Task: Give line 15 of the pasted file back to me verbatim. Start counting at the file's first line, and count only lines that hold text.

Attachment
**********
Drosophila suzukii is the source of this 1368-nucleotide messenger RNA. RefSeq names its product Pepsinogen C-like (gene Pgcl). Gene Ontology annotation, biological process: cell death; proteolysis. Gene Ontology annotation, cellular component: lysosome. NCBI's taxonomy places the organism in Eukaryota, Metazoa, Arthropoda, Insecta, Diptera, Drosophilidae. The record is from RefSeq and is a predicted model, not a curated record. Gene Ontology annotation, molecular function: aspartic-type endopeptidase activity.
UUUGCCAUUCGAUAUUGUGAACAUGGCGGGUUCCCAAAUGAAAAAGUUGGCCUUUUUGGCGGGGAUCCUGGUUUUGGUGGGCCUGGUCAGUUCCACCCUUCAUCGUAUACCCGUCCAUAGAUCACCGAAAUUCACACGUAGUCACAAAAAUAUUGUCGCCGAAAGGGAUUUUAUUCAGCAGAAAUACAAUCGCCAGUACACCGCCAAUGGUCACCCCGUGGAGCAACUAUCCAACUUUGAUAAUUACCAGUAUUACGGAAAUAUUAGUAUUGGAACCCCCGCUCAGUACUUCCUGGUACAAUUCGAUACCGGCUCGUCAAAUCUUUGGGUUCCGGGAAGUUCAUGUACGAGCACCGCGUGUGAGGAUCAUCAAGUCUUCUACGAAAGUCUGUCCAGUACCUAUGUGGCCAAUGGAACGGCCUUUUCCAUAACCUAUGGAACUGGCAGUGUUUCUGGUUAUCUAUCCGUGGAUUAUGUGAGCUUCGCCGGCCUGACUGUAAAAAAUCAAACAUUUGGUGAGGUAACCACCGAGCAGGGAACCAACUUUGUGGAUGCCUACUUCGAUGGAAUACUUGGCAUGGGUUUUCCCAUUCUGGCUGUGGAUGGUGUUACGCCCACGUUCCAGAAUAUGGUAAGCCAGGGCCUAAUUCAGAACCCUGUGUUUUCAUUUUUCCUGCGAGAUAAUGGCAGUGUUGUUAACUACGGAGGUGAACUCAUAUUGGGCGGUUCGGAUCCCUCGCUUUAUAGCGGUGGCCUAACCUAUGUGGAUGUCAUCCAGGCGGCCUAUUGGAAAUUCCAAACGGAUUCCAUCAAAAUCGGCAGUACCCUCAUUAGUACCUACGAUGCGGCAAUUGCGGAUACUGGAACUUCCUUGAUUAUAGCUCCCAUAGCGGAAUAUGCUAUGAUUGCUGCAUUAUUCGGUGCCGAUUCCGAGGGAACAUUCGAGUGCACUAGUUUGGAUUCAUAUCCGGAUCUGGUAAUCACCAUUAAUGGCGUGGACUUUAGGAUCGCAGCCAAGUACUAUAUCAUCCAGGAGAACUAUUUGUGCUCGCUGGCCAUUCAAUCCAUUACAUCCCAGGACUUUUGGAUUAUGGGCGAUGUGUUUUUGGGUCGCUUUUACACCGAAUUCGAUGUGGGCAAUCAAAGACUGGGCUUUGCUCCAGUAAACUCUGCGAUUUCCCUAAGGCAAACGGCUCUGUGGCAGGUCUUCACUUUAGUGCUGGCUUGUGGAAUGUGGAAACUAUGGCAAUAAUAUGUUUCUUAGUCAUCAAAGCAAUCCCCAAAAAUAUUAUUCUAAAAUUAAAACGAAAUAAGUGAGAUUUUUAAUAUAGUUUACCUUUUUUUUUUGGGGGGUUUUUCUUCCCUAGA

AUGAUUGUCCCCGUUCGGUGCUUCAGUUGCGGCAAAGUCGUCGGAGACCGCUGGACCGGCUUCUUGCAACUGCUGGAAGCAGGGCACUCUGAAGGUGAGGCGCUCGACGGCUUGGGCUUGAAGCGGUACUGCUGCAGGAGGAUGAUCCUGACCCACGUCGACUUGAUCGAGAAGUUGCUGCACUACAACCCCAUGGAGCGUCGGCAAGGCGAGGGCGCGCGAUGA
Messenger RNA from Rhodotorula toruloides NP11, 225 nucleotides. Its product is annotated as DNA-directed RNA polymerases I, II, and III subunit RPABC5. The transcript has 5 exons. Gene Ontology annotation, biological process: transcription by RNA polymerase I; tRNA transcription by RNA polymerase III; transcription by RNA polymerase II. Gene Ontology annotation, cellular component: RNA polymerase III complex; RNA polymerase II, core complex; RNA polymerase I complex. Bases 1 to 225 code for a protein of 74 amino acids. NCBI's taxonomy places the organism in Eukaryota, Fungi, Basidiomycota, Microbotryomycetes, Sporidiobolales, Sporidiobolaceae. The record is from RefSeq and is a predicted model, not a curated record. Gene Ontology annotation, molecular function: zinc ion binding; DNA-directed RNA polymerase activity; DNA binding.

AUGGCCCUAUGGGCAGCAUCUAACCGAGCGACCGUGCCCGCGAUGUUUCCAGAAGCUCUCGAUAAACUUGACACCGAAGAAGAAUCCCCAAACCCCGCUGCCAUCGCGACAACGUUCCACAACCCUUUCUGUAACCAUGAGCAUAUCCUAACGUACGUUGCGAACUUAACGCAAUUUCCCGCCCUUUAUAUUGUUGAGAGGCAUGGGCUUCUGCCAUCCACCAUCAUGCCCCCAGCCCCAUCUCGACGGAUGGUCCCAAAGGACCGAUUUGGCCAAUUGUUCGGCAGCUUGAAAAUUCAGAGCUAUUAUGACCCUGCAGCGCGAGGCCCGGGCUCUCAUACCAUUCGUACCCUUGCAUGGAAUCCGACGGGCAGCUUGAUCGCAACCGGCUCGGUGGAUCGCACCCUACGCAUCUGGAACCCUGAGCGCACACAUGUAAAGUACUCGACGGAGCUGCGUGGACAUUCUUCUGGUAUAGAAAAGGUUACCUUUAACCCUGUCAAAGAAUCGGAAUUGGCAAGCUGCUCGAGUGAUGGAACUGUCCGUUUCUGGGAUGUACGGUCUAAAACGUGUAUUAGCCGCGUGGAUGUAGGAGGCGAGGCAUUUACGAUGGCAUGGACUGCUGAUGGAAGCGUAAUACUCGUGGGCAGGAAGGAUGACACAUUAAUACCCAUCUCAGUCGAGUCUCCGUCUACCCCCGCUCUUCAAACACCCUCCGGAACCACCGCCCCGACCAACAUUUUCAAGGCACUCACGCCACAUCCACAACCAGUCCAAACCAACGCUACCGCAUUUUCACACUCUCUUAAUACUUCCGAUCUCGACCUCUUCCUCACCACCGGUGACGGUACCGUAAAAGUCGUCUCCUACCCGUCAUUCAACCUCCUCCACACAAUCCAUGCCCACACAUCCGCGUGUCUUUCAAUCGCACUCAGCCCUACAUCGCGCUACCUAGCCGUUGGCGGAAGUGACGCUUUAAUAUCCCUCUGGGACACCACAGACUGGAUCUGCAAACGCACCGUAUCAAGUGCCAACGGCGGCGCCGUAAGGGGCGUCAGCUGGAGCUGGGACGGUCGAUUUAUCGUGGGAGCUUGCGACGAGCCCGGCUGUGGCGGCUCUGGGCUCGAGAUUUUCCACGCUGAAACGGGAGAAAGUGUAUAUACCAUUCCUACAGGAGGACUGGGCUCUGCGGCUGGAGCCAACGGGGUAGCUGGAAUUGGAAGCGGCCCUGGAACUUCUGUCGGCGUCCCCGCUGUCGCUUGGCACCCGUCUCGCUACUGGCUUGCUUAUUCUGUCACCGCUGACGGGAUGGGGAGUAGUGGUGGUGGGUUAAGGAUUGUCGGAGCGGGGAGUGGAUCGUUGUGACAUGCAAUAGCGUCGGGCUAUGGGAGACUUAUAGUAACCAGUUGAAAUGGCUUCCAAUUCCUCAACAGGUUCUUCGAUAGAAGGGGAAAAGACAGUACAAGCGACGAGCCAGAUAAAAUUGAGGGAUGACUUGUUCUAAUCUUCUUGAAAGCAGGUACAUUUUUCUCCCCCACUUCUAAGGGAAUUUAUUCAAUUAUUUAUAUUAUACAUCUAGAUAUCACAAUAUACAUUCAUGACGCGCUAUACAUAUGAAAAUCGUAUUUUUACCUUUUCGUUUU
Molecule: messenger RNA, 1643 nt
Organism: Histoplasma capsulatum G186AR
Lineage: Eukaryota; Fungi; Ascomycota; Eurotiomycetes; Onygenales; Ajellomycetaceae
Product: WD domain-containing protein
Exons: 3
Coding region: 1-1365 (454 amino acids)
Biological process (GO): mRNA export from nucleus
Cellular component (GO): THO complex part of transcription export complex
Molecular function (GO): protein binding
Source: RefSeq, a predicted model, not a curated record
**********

Source: RefSeq, a predicted model, not a curated record